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Section highlightHouses into homes This report details findings to emerge from the evaluation during the first six months of delivery (April to September 2012).
Written Statement - The Draft Control of Dogs (Wales) Bill »We are committed to ensuring that out-of-control and dangerous dogs are dealt with effectively.Learn more »
Minister tells NHS managers: "Listen to your staff and take action"
Health Minister Mark Drakeford has given a clear message to NHS managers to take action in response to the recent NHS Wales staff survey
- Minister supports International Day Against Homophobia and Transphobia
- Porth Eirias set to be major North Wales attraction
- Minister tells NHS managers: "Listen to your staff and take action"
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Section highlightAccess to information
The Welsh Government has followed the principles of openness in government for many years. Find out how you can make a freedom of information request or see requests that have already been made.
National minimum standards for regulated child care »These standards determine whether child minding and day care settings are providing adequate care for children under the age of 8.Learn more »
- Continuity and Change - Refreshing the Relationship between Welsh Government and the Third Sector in Wales
- Repealing air quality ‘Further Assessments’ from Part IV of the Environment Act 1995
- Equality Impact Assessment of the 2014-2020 Rural Development Plan for Wales
- Consultation on the Equality Impact Assessments for the 2014-2020 Structural Funds Programmes in Wales
- Development of a national standards and outcomes framework for Children and Young People's advocacy services in Wales
- Strategic Environmental Assessment: Environmental Report, Rural Development Plan for Wales 2014-2020
Featured consultation »Implementing the Domestic Fire Safety (Wales) Measure 2011
29 days left
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Section highlightFurther and Higher Education (Governance and Information) (Wales) Bill 2013
Removes a number of technical restrictions and controls on colleges without changing the principal powers of colleges to provide further, higher and secondary education.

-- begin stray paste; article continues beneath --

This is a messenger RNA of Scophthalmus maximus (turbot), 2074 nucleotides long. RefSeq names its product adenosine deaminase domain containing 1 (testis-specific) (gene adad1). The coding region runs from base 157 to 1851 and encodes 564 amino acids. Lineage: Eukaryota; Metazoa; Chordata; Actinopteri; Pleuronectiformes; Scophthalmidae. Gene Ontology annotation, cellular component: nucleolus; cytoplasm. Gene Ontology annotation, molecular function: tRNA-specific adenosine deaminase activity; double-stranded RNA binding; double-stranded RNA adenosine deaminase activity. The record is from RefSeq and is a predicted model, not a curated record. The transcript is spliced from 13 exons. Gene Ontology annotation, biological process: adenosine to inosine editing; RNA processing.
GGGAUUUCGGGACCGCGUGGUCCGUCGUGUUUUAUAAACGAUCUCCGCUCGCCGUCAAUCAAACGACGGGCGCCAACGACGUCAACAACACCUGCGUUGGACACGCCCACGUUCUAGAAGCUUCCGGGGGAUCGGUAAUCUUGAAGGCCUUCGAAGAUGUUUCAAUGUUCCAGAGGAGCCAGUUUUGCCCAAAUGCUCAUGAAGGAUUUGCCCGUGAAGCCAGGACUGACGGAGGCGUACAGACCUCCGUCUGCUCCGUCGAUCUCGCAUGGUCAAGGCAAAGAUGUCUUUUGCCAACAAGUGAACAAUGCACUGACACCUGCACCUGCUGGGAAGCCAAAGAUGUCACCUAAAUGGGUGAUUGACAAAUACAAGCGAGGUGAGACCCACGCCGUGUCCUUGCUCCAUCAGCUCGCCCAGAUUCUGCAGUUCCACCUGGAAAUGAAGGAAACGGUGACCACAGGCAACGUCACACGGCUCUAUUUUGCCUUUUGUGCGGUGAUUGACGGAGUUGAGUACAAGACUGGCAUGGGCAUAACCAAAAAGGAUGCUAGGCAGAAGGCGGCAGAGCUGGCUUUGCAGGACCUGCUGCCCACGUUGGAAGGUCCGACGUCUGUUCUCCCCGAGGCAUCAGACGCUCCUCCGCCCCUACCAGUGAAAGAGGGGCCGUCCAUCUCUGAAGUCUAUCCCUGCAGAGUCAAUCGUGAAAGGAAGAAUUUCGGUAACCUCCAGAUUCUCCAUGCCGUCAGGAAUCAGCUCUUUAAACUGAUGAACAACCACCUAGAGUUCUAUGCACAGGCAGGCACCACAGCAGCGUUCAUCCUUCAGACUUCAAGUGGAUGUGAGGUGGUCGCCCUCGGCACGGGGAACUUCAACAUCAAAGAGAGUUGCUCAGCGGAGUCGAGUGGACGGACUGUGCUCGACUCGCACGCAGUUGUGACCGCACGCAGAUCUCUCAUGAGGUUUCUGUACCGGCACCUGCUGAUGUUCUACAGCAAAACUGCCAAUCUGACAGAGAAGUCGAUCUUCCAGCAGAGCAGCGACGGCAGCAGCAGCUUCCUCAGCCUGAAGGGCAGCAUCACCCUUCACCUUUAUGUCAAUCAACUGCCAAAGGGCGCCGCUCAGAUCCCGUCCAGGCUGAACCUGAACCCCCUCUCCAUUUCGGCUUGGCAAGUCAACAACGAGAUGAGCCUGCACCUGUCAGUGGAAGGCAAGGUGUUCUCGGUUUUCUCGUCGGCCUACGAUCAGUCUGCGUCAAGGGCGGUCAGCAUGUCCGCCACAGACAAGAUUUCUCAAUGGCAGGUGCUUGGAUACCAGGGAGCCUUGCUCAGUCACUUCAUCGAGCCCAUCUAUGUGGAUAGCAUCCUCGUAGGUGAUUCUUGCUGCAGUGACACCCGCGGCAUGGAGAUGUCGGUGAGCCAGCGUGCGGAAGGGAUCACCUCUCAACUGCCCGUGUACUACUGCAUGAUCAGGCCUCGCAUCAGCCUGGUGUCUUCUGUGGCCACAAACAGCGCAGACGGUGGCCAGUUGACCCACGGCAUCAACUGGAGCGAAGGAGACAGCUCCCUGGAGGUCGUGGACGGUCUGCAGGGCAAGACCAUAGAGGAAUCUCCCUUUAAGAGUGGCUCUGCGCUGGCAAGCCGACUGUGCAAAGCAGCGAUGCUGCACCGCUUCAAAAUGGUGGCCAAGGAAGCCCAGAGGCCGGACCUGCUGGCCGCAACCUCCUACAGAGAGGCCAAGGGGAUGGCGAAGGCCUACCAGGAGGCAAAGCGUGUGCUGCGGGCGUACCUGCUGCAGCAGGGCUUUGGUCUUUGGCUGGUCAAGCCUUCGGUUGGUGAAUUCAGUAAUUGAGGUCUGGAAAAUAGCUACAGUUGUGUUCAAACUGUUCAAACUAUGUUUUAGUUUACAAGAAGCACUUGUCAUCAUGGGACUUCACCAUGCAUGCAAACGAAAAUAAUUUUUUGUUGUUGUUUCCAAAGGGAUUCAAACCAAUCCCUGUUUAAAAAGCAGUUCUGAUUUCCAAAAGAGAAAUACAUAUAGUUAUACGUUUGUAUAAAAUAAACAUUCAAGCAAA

Legislative programme 2012 - 2013 »
Addressing the Assembly in the Senedd today, the First Minister, Carwyn Jones, detailed the eight bills in the Welsh Government’s 5-year Legislative Programme that will be brought forward during the second year of the Welsh Assembly.Learn more »
Section highlightCommunity Infrastructure Levy
Local authorities can charge a Community Infrastructure Levy on new developments to support the infrastructure needed.
2nd Supplementary Budget 2012-13 »
Proposes a number of changes to the 1st Supplementary Budget for 2012-13, which was published on 26 June 2012.Learn more »
Oral - Bluetongue
Bluetongue is a virus spread by infected midges, which affects cattle and sheep. The first cases of bluetongue strain 8 spread into northern Europe from Africa in summer 2006. In 2007 the disease became widespread and wind conditions brought it to East Anglia in September 2007. The disease then spread within the east of England and Dorset.
The risk of disease transmission is usually at its highest from late August, when the midge population reaches its peak, through to late December. There have been more than 15,000 new cases of bluetongue in northern Europe over the past few weeks. The disease has no human health implications. It is an economic disease against which farm businesses must protect themselves.